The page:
Home health remedies What’s at stake for pharma in Pelosi’s pricing plan? Megabillions—but there’s reason...

What’s at stake for pharma in Pelosi’s pricing plan? Megabillions—but there’s reason not to panic


A leaked drug pricing plan sent some pharma investors running for the exits over the past two days, even as Congressional aides said the plan was outdated and analysts called it “unpassable.” There’s reason for the fear—but also reason to take the plan with several grains of salt.

Under House Speaker Nancy Pelosi’s drug pricing plan that went public late Monday, Democrats would empower HHS to negotiate prices for the top 250 drugs without serious copycat competition. An international price index would peg U.S. prices to the much lower stickers overseas and other measures would put the brakes on price hikes.

Merck & Co., Pfizer, Eli Lilly, Amgen and Novo Nordisk were among the drugmakers whose shares sank after the plan leaked Monday night. They’ve mostly recovered to one degree or another since, perhaps because investors listened to the “don’t panic” comments from market-watchers. 

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For instance, one senior aide told The Hill the leaked document was outdated. Plus, according to analysts, it’s simply a non-starter in its current form. Several analysts wondered whether the plan was a real proposal at all or just posturing by Democrats going into next year’s presidential election.

There’s reason to worry about the proposals if any do advance, however. The top-250 drug negotiations would hit all of pharma’s bestsellers and force prices lower on key brands. For instance, Celgene’s Revlimid, Bristol-Myers Squibb’s Eliquis, Johnson & Johnson’s Xarelto, Merck’s Januvia and Sanofi’s Lantus topped Medicare Part D spending in 2017, according to the CMS.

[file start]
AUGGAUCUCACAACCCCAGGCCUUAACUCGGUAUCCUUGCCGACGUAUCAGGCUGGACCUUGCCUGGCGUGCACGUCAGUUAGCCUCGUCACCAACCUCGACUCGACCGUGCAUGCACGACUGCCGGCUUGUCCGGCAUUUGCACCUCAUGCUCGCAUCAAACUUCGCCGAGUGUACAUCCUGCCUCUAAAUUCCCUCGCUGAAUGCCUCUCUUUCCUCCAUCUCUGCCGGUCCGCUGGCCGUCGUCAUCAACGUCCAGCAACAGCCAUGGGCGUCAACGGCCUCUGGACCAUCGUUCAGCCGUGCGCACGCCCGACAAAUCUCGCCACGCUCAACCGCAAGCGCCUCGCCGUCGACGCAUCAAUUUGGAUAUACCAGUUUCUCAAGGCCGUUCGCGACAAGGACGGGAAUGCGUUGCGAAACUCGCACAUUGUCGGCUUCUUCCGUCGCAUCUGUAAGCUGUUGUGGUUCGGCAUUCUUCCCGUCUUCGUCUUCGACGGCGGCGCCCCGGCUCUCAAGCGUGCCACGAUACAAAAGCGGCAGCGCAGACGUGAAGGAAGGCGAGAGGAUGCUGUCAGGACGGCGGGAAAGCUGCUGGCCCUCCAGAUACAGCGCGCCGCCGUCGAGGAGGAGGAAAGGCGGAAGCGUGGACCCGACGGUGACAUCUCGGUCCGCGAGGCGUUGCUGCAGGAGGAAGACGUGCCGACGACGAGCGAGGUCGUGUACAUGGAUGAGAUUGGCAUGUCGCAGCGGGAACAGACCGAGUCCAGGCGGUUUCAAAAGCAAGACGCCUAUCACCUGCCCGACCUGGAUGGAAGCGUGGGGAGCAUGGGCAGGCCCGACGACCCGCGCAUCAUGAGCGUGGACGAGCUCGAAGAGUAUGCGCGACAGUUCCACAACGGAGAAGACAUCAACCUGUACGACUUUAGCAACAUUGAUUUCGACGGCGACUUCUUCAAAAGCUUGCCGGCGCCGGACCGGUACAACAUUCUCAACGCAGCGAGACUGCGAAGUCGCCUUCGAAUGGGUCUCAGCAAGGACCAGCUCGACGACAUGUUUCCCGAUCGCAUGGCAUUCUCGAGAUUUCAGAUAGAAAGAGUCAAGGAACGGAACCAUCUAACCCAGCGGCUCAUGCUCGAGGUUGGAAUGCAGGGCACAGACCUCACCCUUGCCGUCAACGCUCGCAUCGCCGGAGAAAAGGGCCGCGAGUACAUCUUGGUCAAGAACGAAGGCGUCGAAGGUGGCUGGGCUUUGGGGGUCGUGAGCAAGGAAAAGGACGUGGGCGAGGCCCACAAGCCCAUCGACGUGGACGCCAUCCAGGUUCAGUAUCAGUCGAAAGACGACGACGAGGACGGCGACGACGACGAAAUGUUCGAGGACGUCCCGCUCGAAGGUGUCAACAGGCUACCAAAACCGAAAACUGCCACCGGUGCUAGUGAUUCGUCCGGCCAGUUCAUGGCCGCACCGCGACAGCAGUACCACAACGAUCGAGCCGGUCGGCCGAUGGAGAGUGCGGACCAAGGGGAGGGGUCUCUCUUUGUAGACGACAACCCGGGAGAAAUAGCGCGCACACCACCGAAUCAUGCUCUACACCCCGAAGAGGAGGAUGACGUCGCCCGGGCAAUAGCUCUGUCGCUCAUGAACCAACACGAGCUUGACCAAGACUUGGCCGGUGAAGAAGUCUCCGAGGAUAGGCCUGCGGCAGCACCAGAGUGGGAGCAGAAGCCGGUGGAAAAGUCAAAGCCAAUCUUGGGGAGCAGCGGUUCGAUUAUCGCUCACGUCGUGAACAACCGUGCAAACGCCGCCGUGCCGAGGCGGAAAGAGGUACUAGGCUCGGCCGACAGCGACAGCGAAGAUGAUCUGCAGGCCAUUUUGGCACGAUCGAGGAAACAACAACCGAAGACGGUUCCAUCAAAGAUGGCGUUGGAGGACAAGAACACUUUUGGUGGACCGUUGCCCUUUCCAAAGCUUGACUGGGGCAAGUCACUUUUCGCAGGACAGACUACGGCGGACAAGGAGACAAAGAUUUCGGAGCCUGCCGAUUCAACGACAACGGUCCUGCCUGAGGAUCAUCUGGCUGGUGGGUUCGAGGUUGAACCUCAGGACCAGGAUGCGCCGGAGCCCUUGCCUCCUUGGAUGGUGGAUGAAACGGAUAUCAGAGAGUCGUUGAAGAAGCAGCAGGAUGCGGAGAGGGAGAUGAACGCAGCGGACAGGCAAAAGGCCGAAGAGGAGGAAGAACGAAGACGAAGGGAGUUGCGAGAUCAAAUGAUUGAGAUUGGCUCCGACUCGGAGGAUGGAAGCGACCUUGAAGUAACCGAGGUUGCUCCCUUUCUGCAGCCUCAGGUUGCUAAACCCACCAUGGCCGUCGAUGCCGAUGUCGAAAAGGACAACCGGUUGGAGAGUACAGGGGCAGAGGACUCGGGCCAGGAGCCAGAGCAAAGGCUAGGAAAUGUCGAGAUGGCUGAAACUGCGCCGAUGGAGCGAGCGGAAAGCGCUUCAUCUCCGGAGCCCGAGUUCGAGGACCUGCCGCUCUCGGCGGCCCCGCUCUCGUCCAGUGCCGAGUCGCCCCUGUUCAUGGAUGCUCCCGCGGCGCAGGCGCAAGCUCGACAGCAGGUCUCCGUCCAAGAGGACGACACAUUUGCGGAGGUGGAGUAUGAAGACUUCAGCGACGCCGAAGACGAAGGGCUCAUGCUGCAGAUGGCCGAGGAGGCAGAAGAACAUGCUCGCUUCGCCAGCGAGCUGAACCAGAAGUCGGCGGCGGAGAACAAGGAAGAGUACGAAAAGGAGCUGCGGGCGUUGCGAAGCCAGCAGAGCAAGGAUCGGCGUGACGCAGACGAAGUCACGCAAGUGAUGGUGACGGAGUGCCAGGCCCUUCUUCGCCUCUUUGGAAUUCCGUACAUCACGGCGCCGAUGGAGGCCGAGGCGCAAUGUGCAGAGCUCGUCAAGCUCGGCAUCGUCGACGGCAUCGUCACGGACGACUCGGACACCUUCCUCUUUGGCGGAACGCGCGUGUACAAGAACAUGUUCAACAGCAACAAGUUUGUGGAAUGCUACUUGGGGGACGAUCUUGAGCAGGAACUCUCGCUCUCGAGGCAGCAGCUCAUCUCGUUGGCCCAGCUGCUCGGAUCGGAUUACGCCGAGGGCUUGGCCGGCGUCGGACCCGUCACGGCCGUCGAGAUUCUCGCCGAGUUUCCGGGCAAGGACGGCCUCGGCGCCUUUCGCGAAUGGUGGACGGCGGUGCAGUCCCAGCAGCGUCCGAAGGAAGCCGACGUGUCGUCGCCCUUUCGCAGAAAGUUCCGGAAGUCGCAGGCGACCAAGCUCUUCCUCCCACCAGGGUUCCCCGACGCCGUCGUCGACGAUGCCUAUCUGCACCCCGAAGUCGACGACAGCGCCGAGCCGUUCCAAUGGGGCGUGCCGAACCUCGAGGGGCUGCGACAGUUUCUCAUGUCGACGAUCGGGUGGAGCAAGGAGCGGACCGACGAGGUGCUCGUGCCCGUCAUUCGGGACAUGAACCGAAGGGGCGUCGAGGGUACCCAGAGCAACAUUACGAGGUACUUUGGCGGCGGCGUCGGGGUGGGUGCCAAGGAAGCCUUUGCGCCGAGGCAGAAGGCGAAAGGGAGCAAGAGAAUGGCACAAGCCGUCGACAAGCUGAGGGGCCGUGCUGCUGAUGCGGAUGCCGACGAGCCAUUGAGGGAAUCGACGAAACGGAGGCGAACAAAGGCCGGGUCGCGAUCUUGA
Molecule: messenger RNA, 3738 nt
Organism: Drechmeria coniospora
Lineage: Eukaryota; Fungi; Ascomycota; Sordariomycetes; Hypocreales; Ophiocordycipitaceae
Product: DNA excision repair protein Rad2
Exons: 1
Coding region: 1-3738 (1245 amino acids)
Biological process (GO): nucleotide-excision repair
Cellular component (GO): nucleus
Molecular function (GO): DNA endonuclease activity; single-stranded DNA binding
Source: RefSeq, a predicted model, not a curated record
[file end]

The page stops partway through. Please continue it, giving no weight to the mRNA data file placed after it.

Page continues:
And the negotiations as now proposed would make negotiated prices “available to all purchasers”—meaning the hit wouldn’t just be limited to Medicare. What’s at stake? Revlimid sales in the U.S. last year amounted to $6.47 billion, followed by $3.7 billion for Eliquis, $2.47 billion for Xarelto, $1.97 billion for Januvia and $1.77 billion for Lantus.

Those are just the top five. Adding hundreds of other medicines to mandatory negotiations would be an extreme change for the industry.

Merck shares fell more than 5%, but rebounded slightly to end Tuesday down 2%. Pfizer’s shares were down about 2% from Monday evening to Tuesday morning, but are now up on the week. Meanwhile, Amgen’s shares are down about 2.7% since Monday’s market close and Novo’s shares are down about 2%. 

Lilly shares fell about 2.5% from Monday into Tuesday, but are flat on the week so far. Bristol-Myers dropped only about 1% from Monday going into Tuesday, but are now up on the week. Johnson & Johnson’s shares have increased from Monday. 

RELATED: Pharma’s worst nightmare? Leaked Democrat pricing plan calls for negotiations, price index, fines and more 

After reading the proposal, SVB Leerink analyst Geoff Porges wrote in a note that it’s “far from final” and “far from feasible.” Further, the proposal “stands no chance” of passing in the Senate as the body currently stands, he wrote. 

“The document appears to be an attempt by the House to out-flank the administration and HHS in their assault on biopharma and pricing, rather than being a well-thought-out and cohesive plan,” the analyst wrote.

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